CSPA and a coalition of environmental and fishing groups filed extensive comments and recommendations on July 22 in the Federal Energy Regulatory Commission’s relicensing of the Merced River Project on the Merced River. The filing makes recommendations for flows in the lower Merced River, fish passage, gravel augmentation, placement of large wood, stocking of fish with native genetics, and monitoring and consultation. The comments acknowledge agreements with licensee Merced Irrigation District for recreational improvements.
Following the approach of the State Water Resources Control Board, CSPA and allied “Conservation Groups” propose that Merced Irrigation District release to the lower river 60% of the February – June inflow to Lake McClure, the Project’s storage reservoir. The Conservation Groups modify the Board’s approach in drier years, reducing the number of months the percent-of-unimpaired requirement would be applied; in Critically Dry years, minimum flows and an additional “block of water” would replace the percent-of-unimpaired approach to maintain basic flow conditions, preserve reservoir storage, and provide flow pulses to move salmon out of the river. Conservation Groups provide output from the licensee’s water balance model to show that water the proposed approach is sufficient if irrigation diversions from the Merced River are reduced. The filing explains:
“Merced ID and other water purveyors in the San Joaquin River and elsewhere have argued that using a percent-of-unimpaired flow in any year is infeasible because of water shortage and depleted storage (with attendant water temperature impacts) in Critically Dry years and in dry-year sequences. Reduction of baseline diversions to restore balance to the Merced River’s beneficial uses, combined with reasonable off-ramps for flow requirements in Critically Dry years (including dry-year sequences), cuts through this tedious hyperbole.”
Comments Appendix on Gravel Model Output
CSPA and a coalition of environmental and fishing groups filed comments July 22 on scoping for the licensing of La Grange Dam and Powerhouse on the Tuolumne River. The Conservation Groups on the filing also submitted study requests asking that Turlock Irrigation District and Modesto Irrigation District be required to conduct two studies relating to reintroduction salmon and steelhead in the Tuolumne River upstream of Don Pedro Dam: a study of habitat suitability, and a study of engineering options to get the fish to suitable habitat.
The licensing of the La Grange Project was required by the Federal Energy Regulatory Commission in response to a letter from the National Marine Fisheries Service (NMFS) pointing out that Turlock Irrigation District was operating a powerhouse without a FERC license. Both NMFS and several conservation groups filed documents and evidence in support of licensing. The requirement to license is being currently being litigated; CSPA is an intervenor in the litigation. In the meantime, the licensing is proceeding.
Comments Habitat Study Request Engineering Study Request
On Tuesday, 29 July 2014, at 11:30 am, CSPA, Restore the Delta, and a coalition of commercial and recreational fishing, environmental, tribal and environmental justice organizations are staging a rally at the West Steps of the State Capitol. The rally to Save the Delta Stop the Tunnels coincides with the end of the BDCP comment period, a critical time to show our united opposition to the Governor’s Water Tunnels. Please join us to make this rally the biggest one yet.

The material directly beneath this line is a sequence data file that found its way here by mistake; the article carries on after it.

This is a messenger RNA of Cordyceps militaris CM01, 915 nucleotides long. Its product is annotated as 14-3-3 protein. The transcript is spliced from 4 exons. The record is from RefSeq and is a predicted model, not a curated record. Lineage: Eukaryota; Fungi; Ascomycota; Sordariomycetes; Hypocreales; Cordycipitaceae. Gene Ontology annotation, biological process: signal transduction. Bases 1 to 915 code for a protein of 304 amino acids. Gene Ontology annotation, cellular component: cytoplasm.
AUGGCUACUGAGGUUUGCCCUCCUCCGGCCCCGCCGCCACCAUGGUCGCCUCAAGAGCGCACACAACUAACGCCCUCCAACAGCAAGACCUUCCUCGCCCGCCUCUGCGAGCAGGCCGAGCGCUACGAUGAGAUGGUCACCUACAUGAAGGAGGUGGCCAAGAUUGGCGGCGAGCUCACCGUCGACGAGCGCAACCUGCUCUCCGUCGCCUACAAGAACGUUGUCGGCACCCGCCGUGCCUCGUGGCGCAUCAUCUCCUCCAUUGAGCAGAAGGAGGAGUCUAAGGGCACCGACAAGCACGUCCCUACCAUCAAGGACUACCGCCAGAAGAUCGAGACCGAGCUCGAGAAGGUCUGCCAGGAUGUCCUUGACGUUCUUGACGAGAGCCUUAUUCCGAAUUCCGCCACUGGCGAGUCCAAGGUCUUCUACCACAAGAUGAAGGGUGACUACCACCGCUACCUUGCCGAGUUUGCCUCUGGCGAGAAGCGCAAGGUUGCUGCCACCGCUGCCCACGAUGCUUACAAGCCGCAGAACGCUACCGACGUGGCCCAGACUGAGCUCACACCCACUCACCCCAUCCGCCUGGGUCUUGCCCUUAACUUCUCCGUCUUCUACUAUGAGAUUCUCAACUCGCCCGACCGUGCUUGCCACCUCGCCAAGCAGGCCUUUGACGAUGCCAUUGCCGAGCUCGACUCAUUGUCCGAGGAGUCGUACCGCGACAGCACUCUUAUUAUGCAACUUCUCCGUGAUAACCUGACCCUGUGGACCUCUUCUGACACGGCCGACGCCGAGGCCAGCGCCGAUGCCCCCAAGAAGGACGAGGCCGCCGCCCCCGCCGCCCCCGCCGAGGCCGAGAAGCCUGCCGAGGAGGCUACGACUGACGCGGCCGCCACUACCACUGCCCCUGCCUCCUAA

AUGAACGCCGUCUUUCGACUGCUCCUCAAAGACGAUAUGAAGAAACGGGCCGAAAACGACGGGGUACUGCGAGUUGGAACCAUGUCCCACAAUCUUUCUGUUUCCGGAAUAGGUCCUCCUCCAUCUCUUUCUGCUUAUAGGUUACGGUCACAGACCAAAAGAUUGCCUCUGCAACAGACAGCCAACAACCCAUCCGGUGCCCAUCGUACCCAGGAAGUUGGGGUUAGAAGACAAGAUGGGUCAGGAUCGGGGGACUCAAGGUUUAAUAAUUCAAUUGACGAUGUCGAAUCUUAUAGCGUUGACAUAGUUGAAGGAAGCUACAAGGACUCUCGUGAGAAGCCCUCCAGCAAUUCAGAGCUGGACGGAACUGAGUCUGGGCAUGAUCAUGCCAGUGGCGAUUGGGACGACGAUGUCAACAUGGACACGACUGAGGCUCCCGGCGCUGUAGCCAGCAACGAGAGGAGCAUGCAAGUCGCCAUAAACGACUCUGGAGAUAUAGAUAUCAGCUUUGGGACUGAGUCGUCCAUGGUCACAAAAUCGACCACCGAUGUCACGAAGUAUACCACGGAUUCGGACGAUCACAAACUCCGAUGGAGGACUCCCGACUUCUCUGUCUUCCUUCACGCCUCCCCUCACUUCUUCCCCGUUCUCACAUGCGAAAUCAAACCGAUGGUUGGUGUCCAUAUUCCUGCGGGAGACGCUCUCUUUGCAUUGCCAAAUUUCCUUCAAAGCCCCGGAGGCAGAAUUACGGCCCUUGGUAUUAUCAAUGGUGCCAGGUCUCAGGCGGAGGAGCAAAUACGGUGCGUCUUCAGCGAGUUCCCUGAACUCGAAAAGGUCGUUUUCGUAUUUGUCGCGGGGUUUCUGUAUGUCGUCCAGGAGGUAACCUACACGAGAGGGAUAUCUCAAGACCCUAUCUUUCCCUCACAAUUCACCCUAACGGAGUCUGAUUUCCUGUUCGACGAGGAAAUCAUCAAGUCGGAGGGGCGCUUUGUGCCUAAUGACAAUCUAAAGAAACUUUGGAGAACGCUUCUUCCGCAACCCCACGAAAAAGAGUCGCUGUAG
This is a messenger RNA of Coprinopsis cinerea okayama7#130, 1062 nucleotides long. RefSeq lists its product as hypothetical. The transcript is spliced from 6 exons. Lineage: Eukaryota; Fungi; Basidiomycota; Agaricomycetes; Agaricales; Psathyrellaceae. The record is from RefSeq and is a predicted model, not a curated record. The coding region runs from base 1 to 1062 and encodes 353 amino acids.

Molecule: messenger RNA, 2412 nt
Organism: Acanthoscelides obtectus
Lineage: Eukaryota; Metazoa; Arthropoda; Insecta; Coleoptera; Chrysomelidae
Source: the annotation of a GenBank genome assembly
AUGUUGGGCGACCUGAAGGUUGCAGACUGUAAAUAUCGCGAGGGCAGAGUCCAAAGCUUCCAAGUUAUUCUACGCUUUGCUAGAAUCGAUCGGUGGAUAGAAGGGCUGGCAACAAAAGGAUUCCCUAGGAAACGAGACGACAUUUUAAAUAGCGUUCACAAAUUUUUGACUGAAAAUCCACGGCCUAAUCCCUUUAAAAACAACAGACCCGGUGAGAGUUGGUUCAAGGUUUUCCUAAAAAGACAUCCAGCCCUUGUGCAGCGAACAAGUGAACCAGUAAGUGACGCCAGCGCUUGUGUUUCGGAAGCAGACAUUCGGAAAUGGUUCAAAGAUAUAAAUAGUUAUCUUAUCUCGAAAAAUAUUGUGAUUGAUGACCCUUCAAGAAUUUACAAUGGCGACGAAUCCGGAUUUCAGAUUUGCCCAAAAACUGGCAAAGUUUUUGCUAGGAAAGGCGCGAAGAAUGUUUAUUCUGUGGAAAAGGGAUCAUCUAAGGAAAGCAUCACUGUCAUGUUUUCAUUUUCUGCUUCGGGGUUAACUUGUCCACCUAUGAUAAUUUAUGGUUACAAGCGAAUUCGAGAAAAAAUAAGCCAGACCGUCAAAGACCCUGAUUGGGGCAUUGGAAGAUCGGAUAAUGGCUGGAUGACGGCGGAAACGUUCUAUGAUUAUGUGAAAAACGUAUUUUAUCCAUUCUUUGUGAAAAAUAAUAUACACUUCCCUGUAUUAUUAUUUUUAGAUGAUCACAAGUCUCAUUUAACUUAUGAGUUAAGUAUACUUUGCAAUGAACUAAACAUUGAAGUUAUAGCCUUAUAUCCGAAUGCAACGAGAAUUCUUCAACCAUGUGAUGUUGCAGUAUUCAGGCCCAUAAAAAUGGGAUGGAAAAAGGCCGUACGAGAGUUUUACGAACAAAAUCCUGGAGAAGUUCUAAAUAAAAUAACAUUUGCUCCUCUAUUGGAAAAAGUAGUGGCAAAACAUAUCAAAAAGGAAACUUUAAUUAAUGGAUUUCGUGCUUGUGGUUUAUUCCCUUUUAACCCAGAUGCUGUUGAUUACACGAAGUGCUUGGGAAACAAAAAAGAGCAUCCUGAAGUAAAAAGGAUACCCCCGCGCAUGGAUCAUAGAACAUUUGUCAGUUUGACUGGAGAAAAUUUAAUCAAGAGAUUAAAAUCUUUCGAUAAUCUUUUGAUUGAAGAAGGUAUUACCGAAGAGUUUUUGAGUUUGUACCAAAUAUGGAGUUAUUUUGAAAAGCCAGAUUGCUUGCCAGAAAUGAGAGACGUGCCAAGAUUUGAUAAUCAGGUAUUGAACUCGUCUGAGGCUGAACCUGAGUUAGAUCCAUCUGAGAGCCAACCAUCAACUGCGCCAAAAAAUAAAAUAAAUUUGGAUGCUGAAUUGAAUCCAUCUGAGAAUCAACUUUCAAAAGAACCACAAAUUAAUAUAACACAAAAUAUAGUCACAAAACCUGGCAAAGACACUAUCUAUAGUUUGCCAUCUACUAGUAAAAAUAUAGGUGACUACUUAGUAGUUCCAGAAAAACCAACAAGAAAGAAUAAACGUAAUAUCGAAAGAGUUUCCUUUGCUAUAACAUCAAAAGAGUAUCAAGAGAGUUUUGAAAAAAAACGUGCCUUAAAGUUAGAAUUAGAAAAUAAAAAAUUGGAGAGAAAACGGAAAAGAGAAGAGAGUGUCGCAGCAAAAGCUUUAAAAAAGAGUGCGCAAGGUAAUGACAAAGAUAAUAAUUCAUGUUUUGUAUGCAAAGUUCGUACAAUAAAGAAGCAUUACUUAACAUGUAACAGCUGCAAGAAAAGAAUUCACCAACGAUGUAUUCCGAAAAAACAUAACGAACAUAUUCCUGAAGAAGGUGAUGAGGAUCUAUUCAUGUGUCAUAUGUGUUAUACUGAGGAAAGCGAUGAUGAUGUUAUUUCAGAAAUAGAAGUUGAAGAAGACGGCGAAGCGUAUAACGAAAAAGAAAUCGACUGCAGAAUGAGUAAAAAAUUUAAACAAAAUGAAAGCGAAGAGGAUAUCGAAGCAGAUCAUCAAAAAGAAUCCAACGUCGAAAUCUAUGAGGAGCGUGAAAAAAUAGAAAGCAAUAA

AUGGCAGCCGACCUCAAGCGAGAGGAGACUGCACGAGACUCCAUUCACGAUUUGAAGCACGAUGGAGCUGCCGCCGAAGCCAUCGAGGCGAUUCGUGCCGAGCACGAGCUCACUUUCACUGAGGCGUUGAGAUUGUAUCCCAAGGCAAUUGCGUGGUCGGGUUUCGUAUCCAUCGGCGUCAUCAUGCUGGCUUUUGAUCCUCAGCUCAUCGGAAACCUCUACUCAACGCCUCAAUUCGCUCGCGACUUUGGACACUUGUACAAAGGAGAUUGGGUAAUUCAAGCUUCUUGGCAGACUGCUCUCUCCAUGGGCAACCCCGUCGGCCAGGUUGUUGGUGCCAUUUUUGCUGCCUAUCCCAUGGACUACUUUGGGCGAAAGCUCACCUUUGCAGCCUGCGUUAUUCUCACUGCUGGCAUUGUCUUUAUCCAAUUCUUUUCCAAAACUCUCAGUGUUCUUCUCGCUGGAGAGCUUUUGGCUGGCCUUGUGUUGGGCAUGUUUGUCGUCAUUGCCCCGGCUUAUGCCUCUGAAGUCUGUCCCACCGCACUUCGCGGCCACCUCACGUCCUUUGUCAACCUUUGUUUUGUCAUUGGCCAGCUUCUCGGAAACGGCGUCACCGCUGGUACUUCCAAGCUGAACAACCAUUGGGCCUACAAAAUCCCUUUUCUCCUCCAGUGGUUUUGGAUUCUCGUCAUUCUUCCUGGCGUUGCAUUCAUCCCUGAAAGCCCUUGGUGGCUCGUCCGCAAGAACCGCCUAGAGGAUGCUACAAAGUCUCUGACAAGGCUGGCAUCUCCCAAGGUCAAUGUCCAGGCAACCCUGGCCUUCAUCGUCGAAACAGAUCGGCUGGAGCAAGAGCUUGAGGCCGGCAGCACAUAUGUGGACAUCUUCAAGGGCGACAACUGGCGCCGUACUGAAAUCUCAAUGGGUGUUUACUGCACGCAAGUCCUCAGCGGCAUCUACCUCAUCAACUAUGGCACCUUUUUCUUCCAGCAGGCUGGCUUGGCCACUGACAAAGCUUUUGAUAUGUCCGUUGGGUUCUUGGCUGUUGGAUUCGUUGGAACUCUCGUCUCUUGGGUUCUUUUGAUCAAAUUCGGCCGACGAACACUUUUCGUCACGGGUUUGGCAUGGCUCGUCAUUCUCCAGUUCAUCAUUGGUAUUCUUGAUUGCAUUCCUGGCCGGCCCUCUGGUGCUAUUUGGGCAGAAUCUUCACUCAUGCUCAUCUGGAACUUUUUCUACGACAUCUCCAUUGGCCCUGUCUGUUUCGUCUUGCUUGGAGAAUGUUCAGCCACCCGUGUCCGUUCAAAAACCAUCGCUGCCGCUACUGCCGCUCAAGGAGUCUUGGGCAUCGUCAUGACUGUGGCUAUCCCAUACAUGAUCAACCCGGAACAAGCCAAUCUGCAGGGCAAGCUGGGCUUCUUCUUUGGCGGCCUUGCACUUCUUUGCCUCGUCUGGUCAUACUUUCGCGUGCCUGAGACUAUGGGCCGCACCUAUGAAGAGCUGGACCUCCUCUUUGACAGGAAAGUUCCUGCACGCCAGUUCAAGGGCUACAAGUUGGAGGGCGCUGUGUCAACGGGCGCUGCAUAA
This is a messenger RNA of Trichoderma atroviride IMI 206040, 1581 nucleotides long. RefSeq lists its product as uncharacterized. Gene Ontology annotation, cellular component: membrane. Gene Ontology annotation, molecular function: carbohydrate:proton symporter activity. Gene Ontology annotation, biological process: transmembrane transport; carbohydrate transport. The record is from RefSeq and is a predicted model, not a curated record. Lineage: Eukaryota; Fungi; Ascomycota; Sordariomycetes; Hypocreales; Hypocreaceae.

What: SAVE THE DELTA STOP THE TUNNELS RALLY
Where: State Capitol, West Steps
10th Street and Capitol St
Sacramento, CA 95811
When: Tuesday, July 29, 2014 at 11:30 AM
On 11 July 2014, Judge Lawrence J. O’Neill, of the U.S. District Court in Fresno California, denied a motion for preliminary injunction to stop the U.S. Bureau of Reclamation (USBR) from transferring water through the south Delta export pumps to the San Luis & Delta-Mendota Water Authority (SLDMWA). The motion for preliminary injunction was filed by the California Sportfishing Protection Alliance (CSPA) and AquAlliance and alleged that the environmental assessment (EA) was seriously flawed and that the transfers posed an eminent threat to threatened Delta smelt.
The injunction request pointed out that the EA failed to consider the relaxed flow and water quality standards recently ordered by the State Water Board, actual outflows were lower than represented and that Delta smelt were being drawn into the Delta and exposed to lethal water temperatures. USBR and SLDMWA denied that Delta smelt were in the Delta and referred to the U.S. Fish & Wildlife Service’s (USFWS) Delta smelt Biological Opinion that provides no protection for smelt in July because smelt are supposed to be in Suisun Bay and not in the Delta. The decision was predicated on “agency deference,” with Judge O’Neill writing, “Courts should defer to the agency on matters within the agency’s expertise unless the agency has completely failed to address a factor that was essential to making an informed decision.”
CSPA Executive Director, Bill Jennings, said, “We’re disappointed with the decision and will consider next steps. The ruling is contrary to the facts: Delta smelt abundance is at an historic low, Delta smelt are presently in the Delta, USBR’s alleged outflow numbers are seriously exaggerated and the species is at a severe risk of extinction.” Jennings added, “The USFWS, USBR and SLDMWA have escorted Delta smelt to the scaffold and the judge signed the warrant. We did what we could to prevent disaster.”